Why should we settle? There are many reasons why most of us do. We compromise or we accept the lack of one thing for the abundance of another thing.
I settle all the time, especially in the garden. Part of it is being too busy or being too lazy. Part of it that my particular terroir cannot provide the conditions for the types of plants I might want to grow or the desirable wildlife I’d like to attract. Part of it is deliberate—I accept the limitations of certain plants because I love what they do provide. An example would be the David Austin ‘Lady of Shalott’ above; the DAs are nowhere near as floriferous as other rose brands, but I love their complex forms and diverse fragrances, which I do not find in newer hybrids. I’m happy to settle for the two or three blooms I’ll have at this time of year, from this and my other DAs.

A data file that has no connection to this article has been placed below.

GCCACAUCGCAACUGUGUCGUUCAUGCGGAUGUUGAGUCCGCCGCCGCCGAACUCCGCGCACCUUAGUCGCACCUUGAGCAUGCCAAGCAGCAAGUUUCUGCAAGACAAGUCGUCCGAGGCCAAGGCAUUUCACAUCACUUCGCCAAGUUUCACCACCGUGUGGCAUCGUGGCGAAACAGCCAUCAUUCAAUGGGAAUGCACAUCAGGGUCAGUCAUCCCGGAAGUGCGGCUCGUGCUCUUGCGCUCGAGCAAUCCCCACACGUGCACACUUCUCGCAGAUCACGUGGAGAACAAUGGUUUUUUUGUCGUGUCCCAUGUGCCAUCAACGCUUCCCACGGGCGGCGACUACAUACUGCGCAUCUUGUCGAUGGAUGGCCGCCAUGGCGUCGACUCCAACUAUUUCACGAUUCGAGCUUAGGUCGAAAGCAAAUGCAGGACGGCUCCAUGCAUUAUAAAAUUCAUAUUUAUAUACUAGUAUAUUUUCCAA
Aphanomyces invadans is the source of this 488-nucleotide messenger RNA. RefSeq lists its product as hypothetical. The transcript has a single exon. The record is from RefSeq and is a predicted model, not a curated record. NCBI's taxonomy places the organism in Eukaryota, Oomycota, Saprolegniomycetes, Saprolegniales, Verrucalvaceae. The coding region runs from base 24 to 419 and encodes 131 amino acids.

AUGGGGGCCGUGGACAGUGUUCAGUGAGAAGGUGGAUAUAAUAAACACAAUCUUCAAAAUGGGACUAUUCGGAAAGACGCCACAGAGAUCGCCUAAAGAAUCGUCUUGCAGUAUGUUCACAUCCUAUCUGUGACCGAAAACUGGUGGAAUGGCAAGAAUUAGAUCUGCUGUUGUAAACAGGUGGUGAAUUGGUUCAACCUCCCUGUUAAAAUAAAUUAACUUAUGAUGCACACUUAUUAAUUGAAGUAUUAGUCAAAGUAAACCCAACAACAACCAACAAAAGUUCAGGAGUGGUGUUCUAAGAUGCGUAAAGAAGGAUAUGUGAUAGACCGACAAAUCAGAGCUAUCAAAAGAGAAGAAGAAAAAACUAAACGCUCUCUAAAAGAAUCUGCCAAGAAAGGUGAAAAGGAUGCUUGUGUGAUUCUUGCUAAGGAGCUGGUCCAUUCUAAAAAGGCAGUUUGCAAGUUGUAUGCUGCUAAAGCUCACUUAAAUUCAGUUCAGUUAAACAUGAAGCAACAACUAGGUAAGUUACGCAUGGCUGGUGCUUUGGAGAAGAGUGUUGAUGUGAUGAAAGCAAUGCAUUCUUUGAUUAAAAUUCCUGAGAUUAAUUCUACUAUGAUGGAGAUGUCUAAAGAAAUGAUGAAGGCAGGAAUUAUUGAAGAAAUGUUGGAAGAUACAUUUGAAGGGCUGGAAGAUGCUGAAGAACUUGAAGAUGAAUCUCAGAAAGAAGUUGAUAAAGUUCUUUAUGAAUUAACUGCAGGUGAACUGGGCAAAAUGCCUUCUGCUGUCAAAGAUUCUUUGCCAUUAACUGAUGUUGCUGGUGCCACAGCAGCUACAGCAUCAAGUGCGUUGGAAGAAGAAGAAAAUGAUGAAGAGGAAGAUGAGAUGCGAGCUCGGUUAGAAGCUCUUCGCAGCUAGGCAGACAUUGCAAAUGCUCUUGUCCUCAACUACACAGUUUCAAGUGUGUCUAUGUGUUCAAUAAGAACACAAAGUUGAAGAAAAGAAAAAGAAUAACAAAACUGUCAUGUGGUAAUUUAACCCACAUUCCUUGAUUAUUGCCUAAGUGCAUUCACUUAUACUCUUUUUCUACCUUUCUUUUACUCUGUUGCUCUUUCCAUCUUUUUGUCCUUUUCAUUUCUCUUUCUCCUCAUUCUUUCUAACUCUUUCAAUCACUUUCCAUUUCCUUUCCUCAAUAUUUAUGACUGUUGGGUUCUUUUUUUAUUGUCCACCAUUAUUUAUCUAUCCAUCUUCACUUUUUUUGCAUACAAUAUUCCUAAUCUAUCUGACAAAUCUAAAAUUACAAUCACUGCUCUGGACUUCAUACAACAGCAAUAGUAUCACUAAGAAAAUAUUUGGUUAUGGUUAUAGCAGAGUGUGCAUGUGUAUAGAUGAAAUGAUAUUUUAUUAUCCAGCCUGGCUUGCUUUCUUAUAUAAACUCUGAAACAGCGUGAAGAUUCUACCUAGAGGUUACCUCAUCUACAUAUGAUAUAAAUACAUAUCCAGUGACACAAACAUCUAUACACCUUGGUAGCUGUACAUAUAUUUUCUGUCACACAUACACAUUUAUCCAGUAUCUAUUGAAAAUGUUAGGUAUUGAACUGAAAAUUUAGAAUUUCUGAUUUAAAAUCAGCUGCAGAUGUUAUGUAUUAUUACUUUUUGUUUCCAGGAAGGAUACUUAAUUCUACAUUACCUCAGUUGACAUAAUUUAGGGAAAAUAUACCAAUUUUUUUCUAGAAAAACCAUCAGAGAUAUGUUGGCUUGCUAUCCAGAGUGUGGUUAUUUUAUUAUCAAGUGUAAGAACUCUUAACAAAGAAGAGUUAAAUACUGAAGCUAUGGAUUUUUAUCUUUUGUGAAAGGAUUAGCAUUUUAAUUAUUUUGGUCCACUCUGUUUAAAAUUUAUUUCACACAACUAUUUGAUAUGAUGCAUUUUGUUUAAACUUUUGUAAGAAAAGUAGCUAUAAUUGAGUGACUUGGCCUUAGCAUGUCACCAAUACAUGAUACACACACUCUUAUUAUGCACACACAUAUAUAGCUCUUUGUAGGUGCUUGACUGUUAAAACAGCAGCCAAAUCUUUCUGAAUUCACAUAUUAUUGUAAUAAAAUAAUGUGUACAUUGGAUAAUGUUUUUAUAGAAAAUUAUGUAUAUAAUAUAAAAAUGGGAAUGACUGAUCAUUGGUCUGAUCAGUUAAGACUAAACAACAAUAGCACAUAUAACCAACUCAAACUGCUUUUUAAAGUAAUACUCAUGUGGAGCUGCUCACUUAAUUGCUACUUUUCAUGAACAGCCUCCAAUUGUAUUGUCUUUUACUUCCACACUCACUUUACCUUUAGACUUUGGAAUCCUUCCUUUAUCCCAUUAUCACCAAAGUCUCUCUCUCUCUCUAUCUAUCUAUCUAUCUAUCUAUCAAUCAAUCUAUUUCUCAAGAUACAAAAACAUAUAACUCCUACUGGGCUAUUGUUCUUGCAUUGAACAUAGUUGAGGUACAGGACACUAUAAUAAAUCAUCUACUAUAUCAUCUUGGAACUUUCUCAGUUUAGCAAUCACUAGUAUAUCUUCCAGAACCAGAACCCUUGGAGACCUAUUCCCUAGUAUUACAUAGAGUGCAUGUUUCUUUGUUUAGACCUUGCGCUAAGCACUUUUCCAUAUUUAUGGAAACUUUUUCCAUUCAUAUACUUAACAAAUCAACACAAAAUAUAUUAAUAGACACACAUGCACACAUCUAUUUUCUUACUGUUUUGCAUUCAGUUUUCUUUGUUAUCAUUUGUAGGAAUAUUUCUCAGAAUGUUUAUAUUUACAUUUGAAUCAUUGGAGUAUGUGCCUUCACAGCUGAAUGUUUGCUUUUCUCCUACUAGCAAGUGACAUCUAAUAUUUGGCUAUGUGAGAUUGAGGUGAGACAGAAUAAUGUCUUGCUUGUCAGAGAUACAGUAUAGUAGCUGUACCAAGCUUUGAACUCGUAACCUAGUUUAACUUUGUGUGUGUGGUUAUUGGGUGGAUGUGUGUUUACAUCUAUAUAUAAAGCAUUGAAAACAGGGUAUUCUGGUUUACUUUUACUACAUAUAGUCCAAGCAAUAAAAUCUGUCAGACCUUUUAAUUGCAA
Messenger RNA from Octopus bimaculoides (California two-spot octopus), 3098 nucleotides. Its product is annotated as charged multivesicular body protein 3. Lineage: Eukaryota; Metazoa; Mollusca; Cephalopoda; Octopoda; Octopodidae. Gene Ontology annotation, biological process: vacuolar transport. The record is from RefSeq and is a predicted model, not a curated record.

Downtown Buffalo is not the perfect place to attract the migrating warblers or other Big List birds I’d like to have at my feeder (with some exceptions), but that’s fine. I settle for chickadees, cardinals, junkos, and woodpeckers. I can’t deal with refilling and cleaning hummingbird feeders as often as required, so I settle for planting salvia and agastache and enjoying the visits of the few who find and enjoy these plants (one shown above).
It would be great if I was a really good perennial gardener and took care to cut back my tall rudbeckias (and other such plants) in hopes of more and sturdier flowers, but I just forget or can’t be bothered. I love them just the way they are. If I kept deadheading, I’d be enjoying zinnias and a few other flowers until the end of October or longer, but I am done. What you see is what you get.
There are areas where settling should not be an option, but we’ll get to those another time.